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I am reviewing best practice with if statements. Below in example A I include the entire code to be run and ensure it remains within the if statement. While for example B the code to be executed resides outside the if statement.

From my understanding of Best practice on if/return, example A appears to be best practice.

Example A

#!/bin/bash
if [ `whoami` != 'root' ]
then
  echo "MUST be ROOT!"
  exit
else
  ifconfig -a | sed 's/[ \t].*//;/^\(lo:\|\)$/d'
  read -p "Enter interface: " int
  mac=$(macchanger $int | grep 'Permanent MAC:' |  grep -o -E '([[:xdigit:]]{1,2}:){5}[[:xdigit:]]{1,2}')
  ifconfig $int down
  iwconfig $int mode manage
  macchanger $int $mac
  ifconfig $int up
  echo "$int in stock configuration with MAC: $mac"
  echo "Connect to a Wi-Fi network and run 'ping 1.1.1.1'"
  sleep 2 && cinnamon-settings network &
fi

Example B

#!/bin/bash
if [ `whoami` != 'root' ]
then
  echo "MUST be ROOT!"
  exit
fi
ifconfig -a | sed 's/[ \t].*//;/^\(lo:\|\)$/d'
read -p "Enter interface: " int
mac=$(macchanger $int | grep 'Permanent MAC:' |  grep -o -E '([[:xdigit:]]{1,2}:){5}[[:xdigit:]]{1,2}')
ifconfig $int down
iwconfig $int mode manage
macchanger $int $mac
ifconfig $int up
echo "$int in stock configuration with MAC: $mac"
echo "Connect to a Wi-Fi network and run 'ping 1.1.1.1'"
sleep 2 && cinnamon-settings network &

I can foresee a potential example C, which would include structure:

if [ `whoami` != 'root' ]
then
  echo "MUST be ROOT!"
  exit
if [whoami' == 'root' ]
  then
   ...
fi

However, this seems like creating an extra unnecessary condition, which uses additional resources. So, I will disregard example C.

  • 2
    Actually, the question you already linked (Best practice on if/return) looks like a much better duplicate question. What specifically is your question that is not yet answered by that question? Both your examples A and B are discussed there in depth, and I agree with you that example C only introduces unnecessary duplication. – amon Aug 13 '18 at 19:35
  • @amon - my question does not involve return and used an exit condition within the first if statement. The answer involved a summary of which example A or example B is better practice and possibly a comment regarding the exit condition being within the if statement or whether it should be at the end. – safesploit Aug 13 '18 at 20:07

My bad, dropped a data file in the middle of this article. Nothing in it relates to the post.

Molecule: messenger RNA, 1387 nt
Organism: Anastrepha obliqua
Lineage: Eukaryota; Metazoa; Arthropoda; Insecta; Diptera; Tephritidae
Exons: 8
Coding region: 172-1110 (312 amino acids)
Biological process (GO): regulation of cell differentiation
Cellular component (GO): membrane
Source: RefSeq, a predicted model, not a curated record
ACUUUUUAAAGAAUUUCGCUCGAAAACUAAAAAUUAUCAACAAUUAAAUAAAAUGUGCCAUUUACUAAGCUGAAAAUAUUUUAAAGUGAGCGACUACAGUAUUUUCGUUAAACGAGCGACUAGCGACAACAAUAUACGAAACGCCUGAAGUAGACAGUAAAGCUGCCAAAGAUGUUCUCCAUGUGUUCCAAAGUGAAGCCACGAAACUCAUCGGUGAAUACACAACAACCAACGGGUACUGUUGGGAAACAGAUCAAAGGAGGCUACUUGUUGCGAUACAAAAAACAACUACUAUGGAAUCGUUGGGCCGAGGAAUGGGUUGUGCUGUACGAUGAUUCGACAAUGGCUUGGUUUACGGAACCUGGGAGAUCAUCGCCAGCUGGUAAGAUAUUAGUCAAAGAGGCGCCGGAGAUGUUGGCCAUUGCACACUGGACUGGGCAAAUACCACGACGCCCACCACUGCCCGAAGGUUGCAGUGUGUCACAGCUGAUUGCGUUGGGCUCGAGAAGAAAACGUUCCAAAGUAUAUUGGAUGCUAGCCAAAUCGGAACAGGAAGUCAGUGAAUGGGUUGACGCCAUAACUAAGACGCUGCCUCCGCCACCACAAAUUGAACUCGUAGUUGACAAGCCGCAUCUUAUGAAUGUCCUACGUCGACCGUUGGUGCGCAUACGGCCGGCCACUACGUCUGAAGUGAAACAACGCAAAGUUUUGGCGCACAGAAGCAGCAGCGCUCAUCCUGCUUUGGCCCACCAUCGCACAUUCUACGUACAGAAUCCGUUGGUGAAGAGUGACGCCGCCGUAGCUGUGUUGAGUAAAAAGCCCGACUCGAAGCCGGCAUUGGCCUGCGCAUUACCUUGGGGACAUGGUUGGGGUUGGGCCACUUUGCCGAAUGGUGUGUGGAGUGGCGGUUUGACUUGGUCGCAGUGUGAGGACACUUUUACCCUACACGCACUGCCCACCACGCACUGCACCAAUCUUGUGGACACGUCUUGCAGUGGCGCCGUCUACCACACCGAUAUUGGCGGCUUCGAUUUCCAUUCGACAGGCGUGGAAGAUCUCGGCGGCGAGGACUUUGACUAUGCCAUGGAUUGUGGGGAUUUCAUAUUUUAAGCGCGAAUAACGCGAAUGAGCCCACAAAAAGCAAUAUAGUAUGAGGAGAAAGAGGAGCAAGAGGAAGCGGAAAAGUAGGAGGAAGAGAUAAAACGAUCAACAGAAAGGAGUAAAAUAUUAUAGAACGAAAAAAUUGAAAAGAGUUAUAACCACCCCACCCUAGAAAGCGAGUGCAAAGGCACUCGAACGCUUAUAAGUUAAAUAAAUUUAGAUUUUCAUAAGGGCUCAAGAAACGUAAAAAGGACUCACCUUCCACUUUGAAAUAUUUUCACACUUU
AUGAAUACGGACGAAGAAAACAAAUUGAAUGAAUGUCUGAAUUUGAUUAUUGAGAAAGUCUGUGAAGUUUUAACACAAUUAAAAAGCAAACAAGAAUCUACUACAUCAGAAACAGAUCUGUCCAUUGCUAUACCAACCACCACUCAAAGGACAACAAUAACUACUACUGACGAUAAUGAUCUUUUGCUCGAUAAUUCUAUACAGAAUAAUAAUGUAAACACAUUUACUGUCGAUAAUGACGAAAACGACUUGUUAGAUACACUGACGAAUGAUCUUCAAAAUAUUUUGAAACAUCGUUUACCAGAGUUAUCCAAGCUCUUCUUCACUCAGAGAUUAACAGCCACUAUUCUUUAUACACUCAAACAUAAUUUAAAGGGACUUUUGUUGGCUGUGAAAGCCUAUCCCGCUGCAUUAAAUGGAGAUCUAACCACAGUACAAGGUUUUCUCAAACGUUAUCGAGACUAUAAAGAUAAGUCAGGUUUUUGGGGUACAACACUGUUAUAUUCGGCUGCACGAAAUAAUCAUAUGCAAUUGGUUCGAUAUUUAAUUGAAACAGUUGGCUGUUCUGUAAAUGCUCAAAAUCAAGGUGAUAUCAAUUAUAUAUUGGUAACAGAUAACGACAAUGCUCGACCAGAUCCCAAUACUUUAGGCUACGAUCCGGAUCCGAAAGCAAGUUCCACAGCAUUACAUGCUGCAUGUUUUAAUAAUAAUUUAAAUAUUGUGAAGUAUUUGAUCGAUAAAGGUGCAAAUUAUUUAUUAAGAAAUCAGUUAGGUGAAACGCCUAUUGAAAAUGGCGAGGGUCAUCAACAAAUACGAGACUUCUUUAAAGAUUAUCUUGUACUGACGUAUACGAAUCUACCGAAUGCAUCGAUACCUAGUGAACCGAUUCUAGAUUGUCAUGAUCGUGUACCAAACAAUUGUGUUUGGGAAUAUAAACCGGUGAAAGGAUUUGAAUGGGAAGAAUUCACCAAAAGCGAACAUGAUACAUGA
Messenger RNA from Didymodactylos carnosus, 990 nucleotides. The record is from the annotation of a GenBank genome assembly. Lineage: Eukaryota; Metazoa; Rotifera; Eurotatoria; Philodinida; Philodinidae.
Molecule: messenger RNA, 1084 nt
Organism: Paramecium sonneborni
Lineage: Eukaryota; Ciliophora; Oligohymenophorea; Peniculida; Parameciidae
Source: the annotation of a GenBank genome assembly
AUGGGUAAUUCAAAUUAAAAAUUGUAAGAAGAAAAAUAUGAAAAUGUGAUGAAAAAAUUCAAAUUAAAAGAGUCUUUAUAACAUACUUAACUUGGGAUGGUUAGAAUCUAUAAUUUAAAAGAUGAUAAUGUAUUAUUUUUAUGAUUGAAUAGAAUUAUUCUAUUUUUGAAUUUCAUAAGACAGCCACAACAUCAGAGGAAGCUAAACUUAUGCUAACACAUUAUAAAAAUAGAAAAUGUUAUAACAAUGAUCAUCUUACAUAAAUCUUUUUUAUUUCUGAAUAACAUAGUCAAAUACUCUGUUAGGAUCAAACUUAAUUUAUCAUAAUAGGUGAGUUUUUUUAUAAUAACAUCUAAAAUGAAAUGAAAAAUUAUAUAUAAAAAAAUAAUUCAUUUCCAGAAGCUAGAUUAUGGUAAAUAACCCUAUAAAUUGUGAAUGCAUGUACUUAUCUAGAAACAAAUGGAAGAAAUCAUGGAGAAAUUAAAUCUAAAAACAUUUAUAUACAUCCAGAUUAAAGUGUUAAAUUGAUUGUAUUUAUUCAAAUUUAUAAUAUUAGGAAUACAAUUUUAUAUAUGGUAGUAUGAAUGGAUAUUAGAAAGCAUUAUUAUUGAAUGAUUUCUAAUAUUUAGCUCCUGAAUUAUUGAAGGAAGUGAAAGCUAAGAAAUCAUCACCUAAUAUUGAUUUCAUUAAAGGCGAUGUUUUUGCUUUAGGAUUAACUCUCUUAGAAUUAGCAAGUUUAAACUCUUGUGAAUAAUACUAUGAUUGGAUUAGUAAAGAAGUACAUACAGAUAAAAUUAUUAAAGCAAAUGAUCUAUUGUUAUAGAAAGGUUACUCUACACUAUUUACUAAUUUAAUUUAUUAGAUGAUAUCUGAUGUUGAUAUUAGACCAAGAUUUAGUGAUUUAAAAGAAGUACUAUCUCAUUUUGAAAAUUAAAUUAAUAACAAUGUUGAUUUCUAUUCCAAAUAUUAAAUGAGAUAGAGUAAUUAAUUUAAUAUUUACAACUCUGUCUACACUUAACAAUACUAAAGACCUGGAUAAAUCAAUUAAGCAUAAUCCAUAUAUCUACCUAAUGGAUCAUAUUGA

• 1
    but an exit from a shell script is effectively a return with respect to the surrounding control flow. Any advice about if/return can probably be generalized to if/exit in Bash. – amon Aug 13 '18 at 20:46
  • 1
    @amon I was unaware of this fact "return exits from the function while exit exits from the program." – safesploit Aug 13 '18 at 21:51
3

In this particular case, I don't think there is much to recommend approach A versus approach B, or vice versa.

However, I disagree that in general it's better to use

if A then 
  stuff
else 
  other stuff
endif

versus:

if A then 
  stuff;
  exit/return;
endif

other stuff;

The problem with the nesting approach, is that when applied rigorously, you can get alot of nesting, and nesting is hard for humans to understand.

IMHO, the following is often simpler and clearer:

  if A then
    check any boundary cases that dont have mcuh to do the the core logic.
    either throw, or return or whatever makes sense.
  end;

  ASSERT (!A); /// and any further assertions of stuff you checked above.

  // then freely write code ignoring those corner cases as already handled.
  • I was beginning to believe the best practice was the "best way", although you are right. Nesting is more difficult to read for humans, and most text editors do not clearly show the beginning-to-end of nesting, which makes me feel less efficient when programming when I become lost in a maze of code. – safesploit Aug 13 '18 at 20:01

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